I always check the fly line to leader connection every time I string up a rod. It’s critical. New welded fly line loops become old quickly and leaders cut into them. I am quick to replace them if there is any sign of wear. The loop-to-loop connection makes it easy for changing leaders, and more importantly provides a transition to the butt section of the leader. Use a material that is similar to the fly line in thickness and flexibility to get it right.
It took all of 5-10 minutes to see what it contained. Anyone already familiar with the Corps’ Water Resource pages will recognize the info provided. Here’s a run down of the app menu items.
Releases – This contains table formatted data for all the Little Rock District lakes. The table gives lake elevation, tailwater stage, turbine release in cubic feet per second (cfs), and generation in megawatts. The latest entry is pretty much realtime (about an hour or two delay), and you can view past data back about 36 hours.
Lake Forecast – This is the Little Rock District lake pools forecast. It forecasts three days out and also tells when a lake crested and when its flood storage is forecast to be empty when applicable.
MKARNS – This is table data for the locks and dams on the McClellan-Kerr Arkansas River Navigation System. It includes pool elevations and release info for below the dams.
MKARNS Forecast – Find the forecast page for the locks and dams on the navigation system here.
Ark River Basin – Stage readings for sites on the river in table format.
Black River Basin – Stage readings for sites on the river in table format.
Little River Basin – Stage readings for sites on the river in table format.
White River Basin – Stage readings for sites on the river in table format.
Real Time – This is the current conditions page for Corps lakes, White River, and MKARNS sites—again in table format.
White River Forecast – Longrange forecast for the White River Entrance Channel to the MKARNS is here.
SWPA Forecasts – There is a convenient link to the Southwestern Power Administration generation forecast pages.
USGS – Likewise, a handy link to the USGS water resources streamflow pages by station is here.
At the bottom of the menu are links to contacting the Little Rock District, news releases, and district Facebook and Twitter page links.
The app is handy, but noticeably absent are links to the graphic realtime data pages. Also, there are no phone numbers for current status generation or the SWPA generation forecast number. It would be nice to have those on the contact menu. Those links and all of the above have been on my river report page since they were first introduced and will continue to be available there as well as on the Corps district website. You might prefer one layout over the other, especially if you are only interested in White River tailwater data.
Early March held some cold days on the White River this winter. I had a two day trip with two return clients. One of them had a new video camera along and took some footage through the first day. We had fair fishing that day, but it started out warmer and turned colder by noon. Both anglers caught a nice brown, several good rainbows, and we even had some doubles. They were kind to send me the raw footage to play with, and I came up with this little video showcasing some winter solitude on an otherwise busy stretch of tailwater. Enjoy!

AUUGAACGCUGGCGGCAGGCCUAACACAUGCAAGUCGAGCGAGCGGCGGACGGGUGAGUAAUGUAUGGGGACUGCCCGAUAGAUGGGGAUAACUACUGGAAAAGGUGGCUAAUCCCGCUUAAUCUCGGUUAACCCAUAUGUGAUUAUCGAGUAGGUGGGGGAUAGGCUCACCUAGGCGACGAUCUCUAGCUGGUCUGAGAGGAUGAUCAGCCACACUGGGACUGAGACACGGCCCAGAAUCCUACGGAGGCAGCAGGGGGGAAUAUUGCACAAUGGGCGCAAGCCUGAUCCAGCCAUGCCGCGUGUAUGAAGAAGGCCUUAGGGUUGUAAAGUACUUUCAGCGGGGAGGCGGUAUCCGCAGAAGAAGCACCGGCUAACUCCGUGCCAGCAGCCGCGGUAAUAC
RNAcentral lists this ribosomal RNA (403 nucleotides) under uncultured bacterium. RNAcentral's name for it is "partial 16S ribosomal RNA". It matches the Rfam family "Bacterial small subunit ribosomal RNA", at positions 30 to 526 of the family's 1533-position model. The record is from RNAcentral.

The nail knot connects the leader onto the fly line. A nail knot tool makes quick work of the knot, provided you understand how it works and have practiced with it. Here’s a short video that teaches how to use a nail knot tool to tie the nail knot.
Every time I do a fly-tying tutorial or demonstration using the hand whip finish, someone watching wants to know how they can learn it. Here you go.
I learned this from Gary Borger’s video “Tying Trout Flies’ many years ago. It is also described in Eric Leiser’s, “The Complete Book of Fly Tying.” Both are great resources, especially for beginning tiers.
The ClustrMaps log for my blog is showing visits from 48 states and DC. It included Alaska. What are the hold-out states? Hawaii and Rhode Island. Please contact your friends there and have them visit the blog! I’m joking!!!
Thanks for all of you who have visited and keep coming back. I appreciate all the comments I’ve received on the website over the years. I have the best web audience there is!
I had fun putting together this tying tutorial. The woolly bugger is certainly a go-to pattern for many anglers. It’s also often one of the first flies a beginner ties, being one of the easier fly patterns to learn. After looking at a few tutorials out there, I decided to make mine on a simpler scale, minimize distractions, and focus on good technique.
Many years ago, I was fortunate to take a tying class with Cathy and Barry Beck. Barry was friends with Russell Blessing, who developed the woolly bugger. It is primarily due to Barry that the fly has gained such popularity. He promoted the fly, sold it in their fly shop, and wrote about it. The Becks’ class was very useful in getting some tying hints on the pattern from someone who is close to its origin. One thing I’ve always remembered from Barry’s talk is that most tiers do not make the tail long enough. It should be at least one-and-a-quarter times the shank length.
I just posted the 2012 Photo Gallery. I usually try to post photos every three or four months throughout the year, but I found it hard to get around to doing so this year. Anyway, they provide a good visual record of the main events of the year and some candid shots of many clients who come to fish.
This spring will be the start of my eighteenth year as a fly-fishing, catch and release, driftboat guide on the White. I feel very blessed to have had that kind of run so far and know it is because I have the greatest clients in the world. Thanks for your business, your trust, and your friendship! May you have an awesome year of fishing in 2013.